Residency Requirements For Alabama Divorce
When an employer offers you an employment contract, you keep rereading the line that tells you how much your new job will pay, but you may ignore the most important sentence of the contract, namely the dispute resolution clause. It should say, “The courts of Alabama have jurisdiction to rule on disputes arising from this contract.” If it doesn’t, you could be in big trouble if you later try to sue your employer for breach of contract. Likewise, when you file for divorce, you worry about things like how you will survive financially and whether you will get enough parenting time with your children. Whether the courts of Alabama have jurisdiction to dissolve your marriage is the farthest thing from your mind. Each state has its own eligibility rules for getting divorced. In the 1950s, people used to use the expression “going to Reno” as a euphemism for divorce, because Nevada law allowed its courts to dissolve the marriages of out-of-state residents, and Reno, Nevada is just across the border from California, making it the obvious destination for unhappily married Californians. If you want to divorce your spouse, but you just moved to Alabama or are only staying here temporarily, contact a Birmingham divorce lawyer.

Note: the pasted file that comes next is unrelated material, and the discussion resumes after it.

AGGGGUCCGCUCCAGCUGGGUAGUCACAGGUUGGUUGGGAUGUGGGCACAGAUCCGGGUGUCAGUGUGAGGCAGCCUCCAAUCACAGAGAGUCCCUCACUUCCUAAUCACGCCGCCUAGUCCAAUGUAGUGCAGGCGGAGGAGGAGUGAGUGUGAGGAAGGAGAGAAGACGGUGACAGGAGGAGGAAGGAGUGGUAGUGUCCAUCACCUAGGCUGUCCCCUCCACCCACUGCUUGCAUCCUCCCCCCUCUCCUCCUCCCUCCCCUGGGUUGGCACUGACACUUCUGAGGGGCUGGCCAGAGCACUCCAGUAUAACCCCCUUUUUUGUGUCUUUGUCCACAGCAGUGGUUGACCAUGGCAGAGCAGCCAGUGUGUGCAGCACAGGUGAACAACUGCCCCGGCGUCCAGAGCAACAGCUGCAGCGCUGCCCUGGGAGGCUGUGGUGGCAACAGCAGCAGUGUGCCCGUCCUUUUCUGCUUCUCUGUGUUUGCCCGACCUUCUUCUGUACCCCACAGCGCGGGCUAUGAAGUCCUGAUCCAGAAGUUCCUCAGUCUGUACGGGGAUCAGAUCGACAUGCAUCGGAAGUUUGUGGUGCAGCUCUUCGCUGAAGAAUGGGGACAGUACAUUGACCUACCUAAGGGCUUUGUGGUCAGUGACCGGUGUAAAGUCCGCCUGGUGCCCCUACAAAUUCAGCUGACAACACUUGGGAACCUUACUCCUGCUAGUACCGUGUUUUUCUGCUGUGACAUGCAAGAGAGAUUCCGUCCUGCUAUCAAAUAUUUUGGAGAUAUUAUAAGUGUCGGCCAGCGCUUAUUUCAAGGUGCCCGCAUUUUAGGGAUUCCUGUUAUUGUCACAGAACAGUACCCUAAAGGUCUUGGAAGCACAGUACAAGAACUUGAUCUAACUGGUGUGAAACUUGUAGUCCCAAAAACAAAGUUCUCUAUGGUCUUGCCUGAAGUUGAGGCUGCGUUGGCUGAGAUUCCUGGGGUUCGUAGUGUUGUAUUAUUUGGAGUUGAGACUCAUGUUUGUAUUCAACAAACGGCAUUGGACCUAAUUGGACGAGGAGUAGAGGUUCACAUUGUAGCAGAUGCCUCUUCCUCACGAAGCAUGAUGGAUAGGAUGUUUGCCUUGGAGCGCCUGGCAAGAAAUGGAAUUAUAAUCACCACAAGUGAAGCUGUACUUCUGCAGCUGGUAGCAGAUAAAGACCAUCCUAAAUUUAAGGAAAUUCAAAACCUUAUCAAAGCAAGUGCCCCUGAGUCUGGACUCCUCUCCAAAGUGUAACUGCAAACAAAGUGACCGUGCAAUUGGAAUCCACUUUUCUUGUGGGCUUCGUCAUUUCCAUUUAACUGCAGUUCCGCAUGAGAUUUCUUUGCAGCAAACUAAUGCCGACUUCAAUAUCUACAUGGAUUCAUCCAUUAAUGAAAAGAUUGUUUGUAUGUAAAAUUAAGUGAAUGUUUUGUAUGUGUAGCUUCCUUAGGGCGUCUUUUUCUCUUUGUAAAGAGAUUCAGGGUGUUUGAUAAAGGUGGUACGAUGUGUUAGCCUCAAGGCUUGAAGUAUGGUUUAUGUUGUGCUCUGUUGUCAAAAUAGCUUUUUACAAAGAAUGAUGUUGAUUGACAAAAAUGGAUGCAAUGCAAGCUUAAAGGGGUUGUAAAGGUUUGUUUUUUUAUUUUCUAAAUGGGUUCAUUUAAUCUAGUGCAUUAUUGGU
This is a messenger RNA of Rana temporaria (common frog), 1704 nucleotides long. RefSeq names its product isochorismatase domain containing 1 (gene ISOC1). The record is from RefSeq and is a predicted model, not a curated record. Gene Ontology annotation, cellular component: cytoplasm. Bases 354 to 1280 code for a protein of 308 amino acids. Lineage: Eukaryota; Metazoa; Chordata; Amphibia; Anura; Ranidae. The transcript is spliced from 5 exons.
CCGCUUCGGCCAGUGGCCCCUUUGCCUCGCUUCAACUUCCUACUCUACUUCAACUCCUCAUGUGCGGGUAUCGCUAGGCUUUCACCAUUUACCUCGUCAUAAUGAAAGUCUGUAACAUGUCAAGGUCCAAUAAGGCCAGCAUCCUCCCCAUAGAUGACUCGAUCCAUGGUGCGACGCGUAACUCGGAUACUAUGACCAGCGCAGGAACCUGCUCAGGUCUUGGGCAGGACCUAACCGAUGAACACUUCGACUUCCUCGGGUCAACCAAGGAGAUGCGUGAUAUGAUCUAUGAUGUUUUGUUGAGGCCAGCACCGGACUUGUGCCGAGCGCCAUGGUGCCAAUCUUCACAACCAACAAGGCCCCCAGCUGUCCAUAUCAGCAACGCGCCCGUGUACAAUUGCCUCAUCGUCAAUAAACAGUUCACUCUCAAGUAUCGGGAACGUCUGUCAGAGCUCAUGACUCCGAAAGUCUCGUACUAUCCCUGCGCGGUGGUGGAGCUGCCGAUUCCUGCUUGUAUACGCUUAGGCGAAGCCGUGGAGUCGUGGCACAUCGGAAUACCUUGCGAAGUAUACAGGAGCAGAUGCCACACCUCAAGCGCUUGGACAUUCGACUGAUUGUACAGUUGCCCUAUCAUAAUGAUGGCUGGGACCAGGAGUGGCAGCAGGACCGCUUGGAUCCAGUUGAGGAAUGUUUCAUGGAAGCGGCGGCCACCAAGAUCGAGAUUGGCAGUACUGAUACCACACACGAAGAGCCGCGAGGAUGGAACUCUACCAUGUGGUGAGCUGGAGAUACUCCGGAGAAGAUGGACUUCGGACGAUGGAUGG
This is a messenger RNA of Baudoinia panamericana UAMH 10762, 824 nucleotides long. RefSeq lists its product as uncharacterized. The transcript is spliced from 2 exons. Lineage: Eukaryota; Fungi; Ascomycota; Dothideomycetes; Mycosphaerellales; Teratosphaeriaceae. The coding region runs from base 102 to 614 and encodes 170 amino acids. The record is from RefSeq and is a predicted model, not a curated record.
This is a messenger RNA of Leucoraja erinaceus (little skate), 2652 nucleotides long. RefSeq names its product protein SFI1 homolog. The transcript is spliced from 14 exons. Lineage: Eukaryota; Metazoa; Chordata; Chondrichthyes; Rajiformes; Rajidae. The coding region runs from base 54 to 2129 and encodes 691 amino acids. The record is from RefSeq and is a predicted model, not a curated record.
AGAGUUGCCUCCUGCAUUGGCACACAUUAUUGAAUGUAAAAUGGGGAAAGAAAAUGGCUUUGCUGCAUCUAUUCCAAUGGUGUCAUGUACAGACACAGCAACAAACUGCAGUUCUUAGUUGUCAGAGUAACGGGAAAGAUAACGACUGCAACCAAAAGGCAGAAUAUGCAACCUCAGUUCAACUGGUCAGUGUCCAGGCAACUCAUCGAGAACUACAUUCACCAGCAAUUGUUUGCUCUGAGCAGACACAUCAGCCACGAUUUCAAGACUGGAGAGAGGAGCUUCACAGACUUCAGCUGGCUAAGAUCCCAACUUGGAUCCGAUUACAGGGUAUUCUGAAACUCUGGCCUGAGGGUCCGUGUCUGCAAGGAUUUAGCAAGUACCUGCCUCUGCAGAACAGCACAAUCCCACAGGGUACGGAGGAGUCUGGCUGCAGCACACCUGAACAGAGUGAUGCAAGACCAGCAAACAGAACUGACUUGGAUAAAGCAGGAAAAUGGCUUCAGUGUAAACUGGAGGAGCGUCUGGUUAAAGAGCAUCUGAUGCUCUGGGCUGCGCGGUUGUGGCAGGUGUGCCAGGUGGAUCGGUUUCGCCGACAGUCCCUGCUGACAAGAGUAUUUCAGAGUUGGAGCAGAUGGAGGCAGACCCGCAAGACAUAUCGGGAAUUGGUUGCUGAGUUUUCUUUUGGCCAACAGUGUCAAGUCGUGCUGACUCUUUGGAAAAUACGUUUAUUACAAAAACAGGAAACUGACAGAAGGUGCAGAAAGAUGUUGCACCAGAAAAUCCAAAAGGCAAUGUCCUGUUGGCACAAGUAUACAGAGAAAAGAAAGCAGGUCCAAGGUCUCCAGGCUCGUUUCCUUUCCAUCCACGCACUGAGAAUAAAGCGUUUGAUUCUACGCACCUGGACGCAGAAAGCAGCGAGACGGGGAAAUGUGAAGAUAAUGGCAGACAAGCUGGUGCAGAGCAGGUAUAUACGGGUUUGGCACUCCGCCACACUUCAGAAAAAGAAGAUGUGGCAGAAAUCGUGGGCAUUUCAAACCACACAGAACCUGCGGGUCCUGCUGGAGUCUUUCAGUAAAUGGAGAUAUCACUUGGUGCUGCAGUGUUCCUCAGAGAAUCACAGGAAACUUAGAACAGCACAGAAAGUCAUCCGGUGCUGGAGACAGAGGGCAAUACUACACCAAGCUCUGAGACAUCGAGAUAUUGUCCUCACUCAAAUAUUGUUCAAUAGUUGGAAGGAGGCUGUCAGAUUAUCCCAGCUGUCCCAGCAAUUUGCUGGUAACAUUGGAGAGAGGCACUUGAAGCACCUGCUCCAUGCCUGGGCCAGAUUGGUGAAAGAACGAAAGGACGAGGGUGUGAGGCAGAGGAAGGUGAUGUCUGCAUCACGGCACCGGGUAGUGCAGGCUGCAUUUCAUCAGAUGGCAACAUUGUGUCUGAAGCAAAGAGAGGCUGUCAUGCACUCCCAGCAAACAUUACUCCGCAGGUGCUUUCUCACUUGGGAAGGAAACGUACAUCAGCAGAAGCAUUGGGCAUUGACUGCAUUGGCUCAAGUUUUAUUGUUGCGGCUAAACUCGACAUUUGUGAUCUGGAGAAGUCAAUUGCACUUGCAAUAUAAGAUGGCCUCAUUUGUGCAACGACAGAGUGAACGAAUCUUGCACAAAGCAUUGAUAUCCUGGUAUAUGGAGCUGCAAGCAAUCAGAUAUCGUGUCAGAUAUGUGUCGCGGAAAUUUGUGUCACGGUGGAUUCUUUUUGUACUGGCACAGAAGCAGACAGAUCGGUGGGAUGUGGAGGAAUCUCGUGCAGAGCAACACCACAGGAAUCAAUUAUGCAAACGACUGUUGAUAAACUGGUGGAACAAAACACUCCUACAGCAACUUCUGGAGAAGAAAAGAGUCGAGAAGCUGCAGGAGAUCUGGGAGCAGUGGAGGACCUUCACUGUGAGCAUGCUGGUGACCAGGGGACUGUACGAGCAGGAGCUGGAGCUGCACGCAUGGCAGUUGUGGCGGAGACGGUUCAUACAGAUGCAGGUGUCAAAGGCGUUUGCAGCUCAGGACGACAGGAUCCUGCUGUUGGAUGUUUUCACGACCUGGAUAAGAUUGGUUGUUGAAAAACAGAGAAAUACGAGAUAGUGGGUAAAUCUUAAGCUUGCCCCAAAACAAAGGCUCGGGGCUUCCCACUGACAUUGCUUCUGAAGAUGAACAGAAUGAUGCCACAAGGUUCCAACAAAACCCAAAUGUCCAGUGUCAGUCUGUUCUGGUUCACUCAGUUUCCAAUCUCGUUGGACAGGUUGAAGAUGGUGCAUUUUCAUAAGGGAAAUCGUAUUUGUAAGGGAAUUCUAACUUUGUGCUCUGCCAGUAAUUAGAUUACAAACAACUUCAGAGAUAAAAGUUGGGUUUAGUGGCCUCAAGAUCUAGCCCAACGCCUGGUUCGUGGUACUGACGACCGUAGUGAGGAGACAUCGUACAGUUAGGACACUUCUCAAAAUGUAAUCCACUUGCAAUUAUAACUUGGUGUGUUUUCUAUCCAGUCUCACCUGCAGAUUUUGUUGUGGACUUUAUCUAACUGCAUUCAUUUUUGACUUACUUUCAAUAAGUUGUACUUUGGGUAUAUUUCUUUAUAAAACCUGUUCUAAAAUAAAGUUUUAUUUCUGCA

At Least One Spouse Must Be an Alabama Resident
To meet the residency requirement for getting divorced in Alabama, at least one spouse must be an Alabama resident. This means more than just being present in Alabama for at least six months; it also entails intent to stay. In 2015, an Alabama court ruled that it did not have jurisdiction to dissolve the marriage of an international student enrolled in a master’s program in Alabama. The couple had married in Saudi Arabia, their country of citizenship. When they filed for divorce in Alabama, the husband had an F-1 student visa, and the wife had a visitor visa.
Alabama Divorce and Your Immigration Status
You do not have to be a U.S. citizen to meet Alabama’s residency requirement from divorce, but if you are not, then keeping your immigration status understandably looms larger in your mind than whether the Alabama divorce court has jurisdiction in your case. If your immigration status has nothing to do with your spouse, such as if you got a green card through your employer and then married your spouse, divorce will not affect your immigration status. If your immigration status is tied to your spouse, such as if you have an H-4 visa because your spouse has an H-1B visa, or if you entered on a fiancée visa and got a temporary green card after marrying your U.S. citizen spouse, you are in a more vulnerable position. A family law attorney can help you get divorced without losing your immigration status.
Contact Peeples Law About Divorce for Newcomers to Alabama
A Birmingham family law attorney can help you navigate the requirements for getting divorced in Alabama, even if you have only lived here a short time. Contact Peeples Law today to schedule a consultation.